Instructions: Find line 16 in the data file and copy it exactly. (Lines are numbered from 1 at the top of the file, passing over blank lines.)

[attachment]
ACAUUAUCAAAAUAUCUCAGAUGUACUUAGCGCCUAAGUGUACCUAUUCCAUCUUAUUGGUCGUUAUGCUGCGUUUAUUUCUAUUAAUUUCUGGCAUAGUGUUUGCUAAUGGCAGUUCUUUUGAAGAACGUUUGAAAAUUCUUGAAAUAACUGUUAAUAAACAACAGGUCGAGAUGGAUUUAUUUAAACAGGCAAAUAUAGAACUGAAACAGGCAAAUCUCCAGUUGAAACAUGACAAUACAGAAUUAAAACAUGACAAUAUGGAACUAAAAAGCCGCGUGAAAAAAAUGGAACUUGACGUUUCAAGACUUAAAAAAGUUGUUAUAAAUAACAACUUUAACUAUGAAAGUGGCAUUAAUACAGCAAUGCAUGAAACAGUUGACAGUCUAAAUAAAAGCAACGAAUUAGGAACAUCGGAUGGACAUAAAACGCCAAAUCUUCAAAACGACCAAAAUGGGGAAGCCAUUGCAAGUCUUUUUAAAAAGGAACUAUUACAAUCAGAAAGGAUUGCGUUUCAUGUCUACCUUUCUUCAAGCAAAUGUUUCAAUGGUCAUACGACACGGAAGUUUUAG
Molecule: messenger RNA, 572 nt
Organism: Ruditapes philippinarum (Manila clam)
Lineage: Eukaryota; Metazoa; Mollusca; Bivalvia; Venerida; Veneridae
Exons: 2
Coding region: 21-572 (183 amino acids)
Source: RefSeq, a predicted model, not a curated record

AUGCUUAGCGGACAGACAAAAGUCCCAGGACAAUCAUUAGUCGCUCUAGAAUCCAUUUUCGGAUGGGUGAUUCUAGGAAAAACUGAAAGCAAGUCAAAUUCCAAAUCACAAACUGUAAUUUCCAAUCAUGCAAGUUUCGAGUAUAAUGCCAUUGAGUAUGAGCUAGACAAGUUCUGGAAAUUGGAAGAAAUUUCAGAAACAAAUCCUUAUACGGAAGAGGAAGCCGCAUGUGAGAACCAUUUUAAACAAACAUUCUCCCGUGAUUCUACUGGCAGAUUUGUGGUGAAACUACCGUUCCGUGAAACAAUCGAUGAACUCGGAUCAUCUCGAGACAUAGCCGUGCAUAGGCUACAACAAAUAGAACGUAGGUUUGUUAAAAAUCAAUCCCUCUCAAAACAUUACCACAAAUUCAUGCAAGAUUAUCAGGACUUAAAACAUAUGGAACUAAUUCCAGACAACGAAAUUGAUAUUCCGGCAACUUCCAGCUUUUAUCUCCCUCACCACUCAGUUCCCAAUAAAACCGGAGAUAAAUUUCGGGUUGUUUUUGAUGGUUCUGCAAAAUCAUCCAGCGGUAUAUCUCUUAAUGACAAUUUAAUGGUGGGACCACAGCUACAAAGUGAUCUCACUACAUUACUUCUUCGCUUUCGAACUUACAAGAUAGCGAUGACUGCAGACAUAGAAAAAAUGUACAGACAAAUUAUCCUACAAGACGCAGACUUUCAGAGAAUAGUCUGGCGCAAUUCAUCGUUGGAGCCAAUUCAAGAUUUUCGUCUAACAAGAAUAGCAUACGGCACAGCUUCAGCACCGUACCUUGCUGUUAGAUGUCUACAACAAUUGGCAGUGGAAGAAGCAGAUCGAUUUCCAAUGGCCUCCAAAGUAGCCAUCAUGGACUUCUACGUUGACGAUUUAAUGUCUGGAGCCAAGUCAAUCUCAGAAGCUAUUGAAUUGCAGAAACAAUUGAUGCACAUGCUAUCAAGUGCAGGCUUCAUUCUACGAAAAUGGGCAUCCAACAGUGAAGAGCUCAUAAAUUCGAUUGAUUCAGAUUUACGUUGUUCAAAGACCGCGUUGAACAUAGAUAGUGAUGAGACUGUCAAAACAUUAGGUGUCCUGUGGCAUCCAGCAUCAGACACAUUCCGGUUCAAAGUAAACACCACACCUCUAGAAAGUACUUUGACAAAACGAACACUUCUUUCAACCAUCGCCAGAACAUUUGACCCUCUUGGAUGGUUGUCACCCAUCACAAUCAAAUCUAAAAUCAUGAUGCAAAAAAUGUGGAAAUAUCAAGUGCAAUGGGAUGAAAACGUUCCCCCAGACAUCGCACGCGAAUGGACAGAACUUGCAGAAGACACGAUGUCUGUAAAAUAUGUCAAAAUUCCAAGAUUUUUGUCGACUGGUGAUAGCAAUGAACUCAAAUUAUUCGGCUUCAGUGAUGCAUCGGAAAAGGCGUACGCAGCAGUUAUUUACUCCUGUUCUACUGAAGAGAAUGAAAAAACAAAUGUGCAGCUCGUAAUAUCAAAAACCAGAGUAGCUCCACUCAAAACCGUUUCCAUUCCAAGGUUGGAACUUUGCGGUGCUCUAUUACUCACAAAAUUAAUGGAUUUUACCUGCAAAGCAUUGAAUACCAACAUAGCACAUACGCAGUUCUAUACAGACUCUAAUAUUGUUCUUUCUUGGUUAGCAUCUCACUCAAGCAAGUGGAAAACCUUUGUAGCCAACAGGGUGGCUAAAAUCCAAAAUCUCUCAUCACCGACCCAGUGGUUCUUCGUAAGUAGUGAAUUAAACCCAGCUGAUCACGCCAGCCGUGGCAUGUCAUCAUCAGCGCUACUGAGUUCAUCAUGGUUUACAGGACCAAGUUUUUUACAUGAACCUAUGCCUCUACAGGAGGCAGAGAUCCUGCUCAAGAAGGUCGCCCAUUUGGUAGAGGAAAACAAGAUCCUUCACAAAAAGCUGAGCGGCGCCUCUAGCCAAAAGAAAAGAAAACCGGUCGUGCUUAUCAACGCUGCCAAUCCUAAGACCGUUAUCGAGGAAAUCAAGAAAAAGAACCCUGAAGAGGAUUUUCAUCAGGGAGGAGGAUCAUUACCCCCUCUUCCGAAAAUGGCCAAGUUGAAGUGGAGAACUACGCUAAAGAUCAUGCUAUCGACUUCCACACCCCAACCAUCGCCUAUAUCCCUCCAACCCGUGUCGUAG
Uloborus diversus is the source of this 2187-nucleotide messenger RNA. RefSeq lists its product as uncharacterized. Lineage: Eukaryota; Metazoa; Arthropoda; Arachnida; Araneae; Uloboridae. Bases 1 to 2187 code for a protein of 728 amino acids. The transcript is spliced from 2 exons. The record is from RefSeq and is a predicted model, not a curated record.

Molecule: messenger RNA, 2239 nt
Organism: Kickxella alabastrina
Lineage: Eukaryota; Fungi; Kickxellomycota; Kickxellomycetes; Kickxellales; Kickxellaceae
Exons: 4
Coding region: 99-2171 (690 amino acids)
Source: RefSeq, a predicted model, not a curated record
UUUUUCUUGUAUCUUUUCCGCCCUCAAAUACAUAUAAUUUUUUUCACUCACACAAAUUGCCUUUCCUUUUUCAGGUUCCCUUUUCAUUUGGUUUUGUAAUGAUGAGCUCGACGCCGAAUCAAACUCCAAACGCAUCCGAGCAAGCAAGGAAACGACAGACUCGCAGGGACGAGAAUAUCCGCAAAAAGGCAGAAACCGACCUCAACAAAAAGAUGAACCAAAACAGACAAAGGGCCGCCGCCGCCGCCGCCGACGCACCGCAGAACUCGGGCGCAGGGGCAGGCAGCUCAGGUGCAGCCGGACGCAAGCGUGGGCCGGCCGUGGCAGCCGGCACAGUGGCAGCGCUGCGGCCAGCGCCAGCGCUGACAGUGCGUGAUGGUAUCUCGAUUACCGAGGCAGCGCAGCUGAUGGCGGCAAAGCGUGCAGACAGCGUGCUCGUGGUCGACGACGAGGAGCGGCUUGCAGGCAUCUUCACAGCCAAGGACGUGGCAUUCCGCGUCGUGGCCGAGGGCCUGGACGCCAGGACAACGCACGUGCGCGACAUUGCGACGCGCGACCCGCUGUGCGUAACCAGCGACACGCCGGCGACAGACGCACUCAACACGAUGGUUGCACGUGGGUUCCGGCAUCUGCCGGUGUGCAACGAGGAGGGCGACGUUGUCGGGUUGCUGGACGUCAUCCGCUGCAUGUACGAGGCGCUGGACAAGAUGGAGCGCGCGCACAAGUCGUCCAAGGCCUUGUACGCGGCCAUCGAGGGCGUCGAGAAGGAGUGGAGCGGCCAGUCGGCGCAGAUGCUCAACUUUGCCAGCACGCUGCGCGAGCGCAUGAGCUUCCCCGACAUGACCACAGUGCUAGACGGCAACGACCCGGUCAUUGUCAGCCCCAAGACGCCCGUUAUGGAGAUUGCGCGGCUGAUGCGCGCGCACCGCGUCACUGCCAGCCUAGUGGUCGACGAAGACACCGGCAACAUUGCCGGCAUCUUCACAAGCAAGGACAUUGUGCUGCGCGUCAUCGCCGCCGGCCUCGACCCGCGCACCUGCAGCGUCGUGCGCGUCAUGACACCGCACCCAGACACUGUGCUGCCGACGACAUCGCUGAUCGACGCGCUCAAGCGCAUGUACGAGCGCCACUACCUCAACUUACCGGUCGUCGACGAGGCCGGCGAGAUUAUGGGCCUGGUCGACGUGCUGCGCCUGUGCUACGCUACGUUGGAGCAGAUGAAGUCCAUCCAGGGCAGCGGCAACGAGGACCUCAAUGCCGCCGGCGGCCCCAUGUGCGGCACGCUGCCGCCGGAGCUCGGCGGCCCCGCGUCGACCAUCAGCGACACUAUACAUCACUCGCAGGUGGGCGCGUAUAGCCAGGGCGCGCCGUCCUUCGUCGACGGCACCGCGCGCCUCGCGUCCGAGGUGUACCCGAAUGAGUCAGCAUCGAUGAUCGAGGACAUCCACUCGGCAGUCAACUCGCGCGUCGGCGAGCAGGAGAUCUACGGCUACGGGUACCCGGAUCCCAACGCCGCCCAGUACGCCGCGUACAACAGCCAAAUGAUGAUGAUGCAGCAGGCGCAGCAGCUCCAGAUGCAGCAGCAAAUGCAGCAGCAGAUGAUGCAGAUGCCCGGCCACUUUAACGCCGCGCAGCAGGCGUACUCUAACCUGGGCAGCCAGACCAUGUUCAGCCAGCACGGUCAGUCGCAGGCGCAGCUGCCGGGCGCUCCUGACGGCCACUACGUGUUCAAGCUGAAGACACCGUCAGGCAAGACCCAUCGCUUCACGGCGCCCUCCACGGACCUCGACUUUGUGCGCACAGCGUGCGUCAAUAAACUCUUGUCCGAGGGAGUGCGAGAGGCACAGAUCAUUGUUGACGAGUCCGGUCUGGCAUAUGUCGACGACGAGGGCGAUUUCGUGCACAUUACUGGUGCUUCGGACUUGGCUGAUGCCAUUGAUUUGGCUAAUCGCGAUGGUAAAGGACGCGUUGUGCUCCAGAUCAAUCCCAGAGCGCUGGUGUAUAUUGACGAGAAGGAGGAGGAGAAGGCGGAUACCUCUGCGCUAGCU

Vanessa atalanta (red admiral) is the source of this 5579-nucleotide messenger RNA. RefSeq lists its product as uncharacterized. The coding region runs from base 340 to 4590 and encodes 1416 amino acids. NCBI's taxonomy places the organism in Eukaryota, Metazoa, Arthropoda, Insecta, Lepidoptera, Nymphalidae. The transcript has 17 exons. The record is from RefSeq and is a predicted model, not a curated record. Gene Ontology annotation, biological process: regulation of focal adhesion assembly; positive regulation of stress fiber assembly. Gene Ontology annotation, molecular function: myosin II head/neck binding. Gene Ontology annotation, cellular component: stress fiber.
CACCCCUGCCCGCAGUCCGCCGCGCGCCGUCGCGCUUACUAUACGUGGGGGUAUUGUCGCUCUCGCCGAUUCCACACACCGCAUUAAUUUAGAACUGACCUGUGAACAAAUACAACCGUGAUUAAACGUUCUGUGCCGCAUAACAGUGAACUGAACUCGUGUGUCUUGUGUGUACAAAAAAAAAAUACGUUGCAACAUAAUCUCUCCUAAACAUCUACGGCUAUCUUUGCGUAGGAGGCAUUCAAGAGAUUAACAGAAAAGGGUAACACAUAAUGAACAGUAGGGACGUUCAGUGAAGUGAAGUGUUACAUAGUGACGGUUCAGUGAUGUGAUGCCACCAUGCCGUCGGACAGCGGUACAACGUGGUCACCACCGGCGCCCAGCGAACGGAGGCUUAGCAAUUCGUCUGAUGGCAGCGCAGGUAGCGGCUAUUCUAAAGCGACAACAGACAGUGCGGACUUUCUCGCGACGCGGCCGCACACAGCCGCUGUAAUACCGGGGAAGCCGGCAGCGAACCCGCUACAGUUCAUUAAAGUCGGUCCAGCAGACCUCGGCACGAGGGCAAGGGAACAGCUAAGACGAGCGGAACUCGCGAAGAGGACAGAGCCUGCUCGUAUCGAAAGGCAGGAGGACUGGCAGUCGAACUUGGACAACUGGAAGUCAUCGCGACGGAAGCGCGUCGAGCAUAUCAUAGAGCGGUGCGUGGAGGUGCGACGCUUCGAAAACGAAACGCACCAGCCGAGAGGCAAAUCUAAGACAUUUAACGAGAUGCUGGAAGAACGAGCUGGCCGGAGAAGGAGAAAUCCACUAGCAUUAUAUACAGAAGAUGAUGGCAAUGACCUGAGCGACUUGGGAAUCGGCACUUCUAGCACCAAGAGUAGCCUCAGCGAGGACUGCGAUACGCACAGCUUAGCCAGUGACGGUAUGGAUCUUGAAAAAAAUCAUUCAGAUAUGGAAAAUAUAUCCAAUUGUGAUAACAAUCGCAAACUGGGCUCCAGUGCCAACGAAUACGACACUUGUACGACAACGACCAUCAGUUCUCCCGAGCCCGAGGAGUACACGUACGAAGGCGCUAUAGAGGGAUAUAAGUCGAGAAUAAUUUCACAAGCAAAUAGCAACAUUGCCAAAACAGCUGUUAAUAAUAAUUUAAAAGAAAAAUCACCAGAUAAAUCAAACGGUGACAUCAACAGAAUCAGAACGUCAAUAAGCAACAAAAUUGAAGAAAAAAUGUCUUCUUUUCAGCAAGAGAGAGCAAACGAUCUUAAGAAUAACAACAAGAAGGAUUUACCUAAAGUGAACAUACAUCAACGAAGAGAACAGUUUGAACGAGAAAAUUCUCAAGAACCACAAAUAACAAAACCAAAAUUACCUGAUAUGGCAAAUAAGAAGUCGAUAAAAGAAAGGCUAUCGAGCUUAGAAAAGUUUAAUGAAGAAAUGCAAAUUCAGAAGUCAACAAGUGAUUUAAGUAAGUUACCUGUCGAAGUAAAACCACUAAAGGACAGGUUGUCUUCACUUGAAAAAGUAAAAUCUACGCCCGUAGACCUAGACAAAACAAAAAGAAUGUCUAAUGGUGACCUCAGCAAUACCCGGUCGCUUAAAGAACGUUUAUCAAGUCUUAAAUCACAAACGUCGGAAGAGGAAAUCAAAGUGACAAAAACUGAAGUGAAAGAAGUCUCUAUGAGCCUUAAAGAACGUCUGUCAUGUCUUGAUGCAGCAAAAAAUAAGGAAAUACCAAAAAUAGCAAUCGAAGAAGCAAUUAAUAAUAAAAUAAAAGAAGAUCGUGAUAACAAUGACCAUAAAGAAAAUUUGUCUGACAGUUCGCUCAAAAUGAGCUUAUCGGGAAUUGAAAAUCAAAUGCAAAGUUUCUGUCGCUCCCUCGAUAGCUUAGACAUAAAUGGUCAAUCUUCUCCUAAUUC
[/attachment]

UUUUUCUUGUAUCUUUUCCGCCCUCAAAUACAUAUAAUUUUUUUCACUCACACAAAUUGCCUUUCCUUUUUCAGGUUCCCUUUUCAUUUGGUUUUGUAAUGAUGAGCUCGACGCCGAAUCAAACUCCAAACGCAUCCGAGCAAGCAAGGAAACGACAGACUCGCAGGGACGAGAAUAUCCGCAAAAAGGCAGAAACCGACCUCAACAAAAAGAUGAACCAAAACAGACAAAGGGCCGCCGCCGCCGCCGCCGACGCACCGCAGAACUCGGGCGCAGGGGCAGGCAGCUCAGGUGCAGCCGGACGCAAGCGUGGGCCGGCCGUGGCAGCCGGCACAGUGGCAGCGCUGCGGCCAGCGCCAGCGCUGACAGUGCGUGAUGGUAUCUCGAUUACCGAGGCAGCGCAGCUGAUGGCGGCAAAGCGUGCAGACAGCGUGCUCGUGGUCGACGACGAGGAGCGGCUUGCAGGCAUCUUCACAGCCAAGGACGUGGCAUUCCGCGUCGUGGCCGAGGGCCUGGACGCCAGGACAACGCACGUGCGCGACAUUGCGACGCGCGACCCGCUGUGCGUAACCAGCGACACGCCGGCGACAGACGCACUCAACACGAUGGUUGCACGUGGGUUCCGGCAUCUGCCGGUGUGCAACGAGGAGGGCGACGUUGUCGGGUUGCUGGACGUCAUCCGCUGCAUGUACGAGGCGCUGGACAAGAUGGAGCGCGCGCACAAGUCGUCCAAGGCCUUGUACGCGGCCAUCGAGGGCGUCGAGAAGGAGUGGAGCGGCCAGUCGGCGCAGAUGCUCAACUUUGCCAGCACGCUGCGCGAGCGCAUGAGCUUCCCCGACAUGACCACAGUGCUAGACGGCAACGACCCGGUCAUUGUCAGCCCCAAGACGCCCGUUAUGGAGAUUGCGCGGCUGAUGCGCGCGCACCGCGUCACUGCCAGCCUAGUGGUCGACGAAGACACCGGCAACAUUGCCGGCAUCUUCACAAGCAAGGACAUUGUGCUGCGCGUCAUCGCCGCCGGCCUCGACCCGCGCACCUGCAGCGUCGUGCGCGUCAUGACACCGCACCCAGACACUGUGCUGCCGACGACAUCGCUGAUCGACGCGCUCAAGCGCAUGUACGAGCGCCACUACCUCAACUUACCGGUCGUCGACGAGGCCGGCGAGAUUAUGGGCCUGGUCGACGUGCUGCGCCUGUGCUACGCUACGUUGGAGCAGAUGAAGUCCAUCCAGGGCAGCGGCAACGAGGACCUCAAUGCCGCCGGCGGCCCCAUGUGCGGCACGCUGCCGCCGGAGCUCGGCGGCCCCGCGUCGACCAUCAGCGACACUAUACAUCACUCGCAGGUGGGCGCGUAUAGCCAGGGCGCGCCGUCCUUCGUCGACGGCACCGCGCGCCUCGCGUCCGAGGUGUACCCGAAUGAGUCAGCAUCGAUGAUCGAGGACAUCCACUCGGCAGUCAACUCGCGCGUCGGCGAGCAGGAGAUCUACGGCUACGGGUACCCGGAUCCCAACGCCGCCCAGUACGCCGCGUACAACAGCCAAAUGAUGAUGAUGCAGCAGGCGCAGCAGCUCCAGAUGCAGCAGCAAAUGCAGCAGCAGAUGAUGCAGAUGCCCGGCCACUUUAACGCCGCGCAGCAGGCGUACUCUAACCUGGGCAGCCAGACCAUGUUCAGCCAGCACGGUCAGUCGCAGGCGCAGCUGCCGGGCGCUCCUGACGGCCACUACGUGUUCAAGCUGAAGACACCGUCAGGCAAGACCCAUCGCUUCACGGCGCCCUCCACGGACCUCGACUUUGUGCGCACAGCGUGCGUCAAUAAACUCUUGUCCGAGGGAGUGCGAGAGGCACAGAUCAUUGUUGACGAGUCCGGUCUGGCAUAUGUCGACGACGAGGGCGAUUUCGUGCACAUUACUGGUGCUUCGGACUUGGCUGAUGCCAUUGAUUUGGCUAAUCGCGAUGGUAAAGGACGCGUUGUGCUCCAGAUCAAUCCCAGAGCGCUGGUGUAUAUUGACGAGAAGGAGGAGGAGAAGGCGGAUACCUCUGCGCUAGCU